ABC report: Safety best practices can make construction companies 770 percent safer iStock/Thinkstock

ABC report: Safety best practices can make construction companies 770 percent safer

The report documents the dramatic impact of using proactive safety practices to reduce recordable incidents The Safety Performance Report is based on data gathered from ABC member companies recording more than one billion hours of work Each of the data points collected was sorted using statistically valid methodology developed by the U.S. Bureau of Labor Statistics

WASHINGTON, D.C. — Associated Builders and Contractors (ABC) recently released its 2017 Safety Performance Report to further the construction industry’s understanding of how to make jobsites safer through its Safety Performance Evaluation Process (STEP). Packed with infographics and practical takeaways, the report documents the dramatic impact of using proactive safety practices to reduce recordable incidents by up to 87 percent, making the best-performing companies 770 percent safer than the industry average.

“ABC’s third annual report on the use of leading indicators, such as substance abuse programs and new hire safety orientations, confirms that high-performing ABC members have safer construction jobsites,” said ABC President and CEO Michael Bellaman. “This is one of the few studies of commercial and industrial construction firms doing real work on real projects, and it shows that implementing best practices can produce world-class construction safety programs.”

The Safety Performance Report is based on data gathered from ABC member companies recording more than one billion hours of work in construction, heavy construction, civil engineering and specialty trades. It tracked 35 data points from ABC’s 2016 STEP participants to determine the correlation between implementing leading indicator use and lagging indicator performance, which is measured by the Total Recordable Incident Rate (TRIR) and Days Away and Restricted or Transferred (DART) rate. Each of the data points collected was sorted using statistically valid methodology developed by the U.S. Bureau of Labor Statistics (BLS) for its annual Occupational Injuries and Illnesses Survey, and combined to produce analyses of STEP participant performance against BLS industry average incidence rates.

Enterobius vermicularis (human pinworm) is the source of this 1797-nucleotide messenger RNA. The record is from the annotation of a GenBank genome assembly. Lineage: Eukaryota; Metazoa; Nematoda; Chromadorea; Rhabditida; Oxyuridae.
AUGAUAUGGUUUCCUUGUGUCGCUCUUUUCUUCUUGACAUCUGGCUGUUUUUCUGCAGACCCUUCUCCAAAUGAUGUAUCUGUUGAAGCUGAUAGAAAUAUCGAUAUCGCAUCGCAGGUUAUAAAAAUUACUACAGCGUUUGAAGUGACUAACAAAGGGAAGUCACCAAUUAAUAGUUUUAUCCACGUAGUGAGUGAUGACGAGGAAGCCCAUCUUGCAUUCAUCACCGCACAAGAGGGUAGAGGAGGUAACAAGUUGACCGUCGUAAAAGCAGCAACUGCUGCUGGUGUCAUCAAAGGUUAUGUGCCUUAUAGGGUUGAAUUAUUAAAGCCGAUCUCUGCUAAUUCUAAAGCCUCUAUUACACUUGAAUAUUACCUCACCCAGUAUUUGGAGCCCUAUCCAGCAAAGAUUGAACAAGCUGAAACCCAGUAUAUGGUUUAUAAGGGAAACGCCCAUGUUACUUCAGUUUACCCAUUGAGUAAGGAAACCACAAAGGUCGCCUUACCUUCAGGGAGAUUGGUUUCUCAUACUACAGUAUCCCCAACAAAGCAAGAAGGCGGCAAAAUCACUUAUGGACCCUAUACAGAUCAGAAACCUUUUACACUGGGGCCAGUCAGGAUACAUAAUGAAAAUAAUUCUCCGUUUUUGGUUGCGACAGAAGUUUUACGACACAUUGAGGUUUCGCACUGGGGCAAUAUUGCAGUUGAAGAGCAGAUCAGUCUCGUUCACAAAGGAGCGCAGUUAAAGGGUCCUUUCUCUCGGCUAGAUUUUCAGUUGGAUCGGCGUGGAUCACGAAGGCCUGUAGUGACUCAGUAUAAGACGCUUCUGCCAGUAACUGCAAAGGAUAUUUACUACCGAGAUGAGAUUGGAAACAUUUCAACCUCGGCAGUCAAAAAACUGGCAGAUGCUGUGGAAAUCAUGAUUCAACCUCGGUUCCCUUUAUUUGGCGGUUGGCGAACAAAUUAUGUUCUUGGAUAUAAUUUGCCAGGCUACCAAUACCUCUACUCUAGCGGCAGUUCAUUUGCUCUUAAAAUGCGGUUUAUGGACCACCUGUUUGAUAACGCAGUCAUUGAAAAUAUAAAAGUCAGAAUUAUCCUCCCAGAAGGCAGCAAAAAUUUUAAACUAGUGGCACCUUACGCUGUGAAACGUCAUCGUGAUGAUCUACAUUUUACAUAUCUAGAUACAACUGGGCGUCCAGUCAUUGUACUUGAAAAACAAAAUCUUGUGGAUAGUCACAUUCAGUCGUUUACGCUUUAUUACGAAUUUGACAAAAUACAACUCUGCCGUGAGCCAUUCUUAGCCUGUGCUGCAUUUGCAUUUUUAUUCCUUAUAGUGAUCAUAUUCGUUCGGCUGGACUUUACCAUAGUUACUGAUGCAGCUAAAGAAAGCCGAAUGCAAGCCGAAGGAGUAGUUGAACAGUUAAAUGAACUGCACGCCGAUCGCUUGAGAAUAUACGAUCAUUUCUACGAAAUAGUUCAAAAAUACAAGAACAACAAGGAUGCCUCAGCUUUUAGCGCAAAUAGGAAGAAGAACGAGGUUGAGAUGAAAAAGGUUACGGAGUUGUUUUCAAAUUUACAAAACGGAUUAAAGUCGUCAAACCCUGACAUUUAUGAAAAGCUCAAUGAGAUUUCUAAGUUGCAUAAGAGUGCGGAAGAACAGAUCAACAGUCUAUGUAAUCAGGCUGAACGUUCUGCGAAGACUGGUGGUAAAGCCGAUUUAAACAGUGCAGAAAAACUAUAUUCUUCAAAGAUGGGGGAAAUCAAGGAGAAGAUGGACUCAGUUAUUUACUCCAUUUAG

Among the findings:

  • Companies that attained the highest level of STEP participation—Diamond—reduced their TRIR by 87 percent compared to the BLS industry average of 3.5 injuries/fatalities per 100 full-time employees.
  • STEP participants with a robust substance abuse program/policy in place dramatically outperformed those with a weaker program, reducing their TRIR and DART rates by 36 percent.
  • Conducting a new hire safety orientation lasting more than 200 minutes reduced incident rates by 94 percent compared to an orientation of 30 minutes.
  • Companies that held site-specific safety orientations reduced their TRIR by 45 percent.
  • Holding daily toolbox talks (brief, single-topic training sessions conducted on the jobsite for all employees) reduced TRIR by 64 percent, versus holding them monthly.
  • Firms that scored high for C-suite leadership engagement and employee participation reduced their TRIR by 54 percent and 63 percent, respectively.

STEP was founded in 1989 by the ABC National Environment, Health & Safety Committee as a safety benchmarking and improvement tool. Participating ABC member firms measure their safety processes and policies on 20 key components through a detailed questionnaire with the goal of implementing or enhancing safety programs that reduce jobsite incidence rates. Applying world-class processes dramatically improves safety performance among participants regardless of company size or type of work.

The full report is available on ABC's website.

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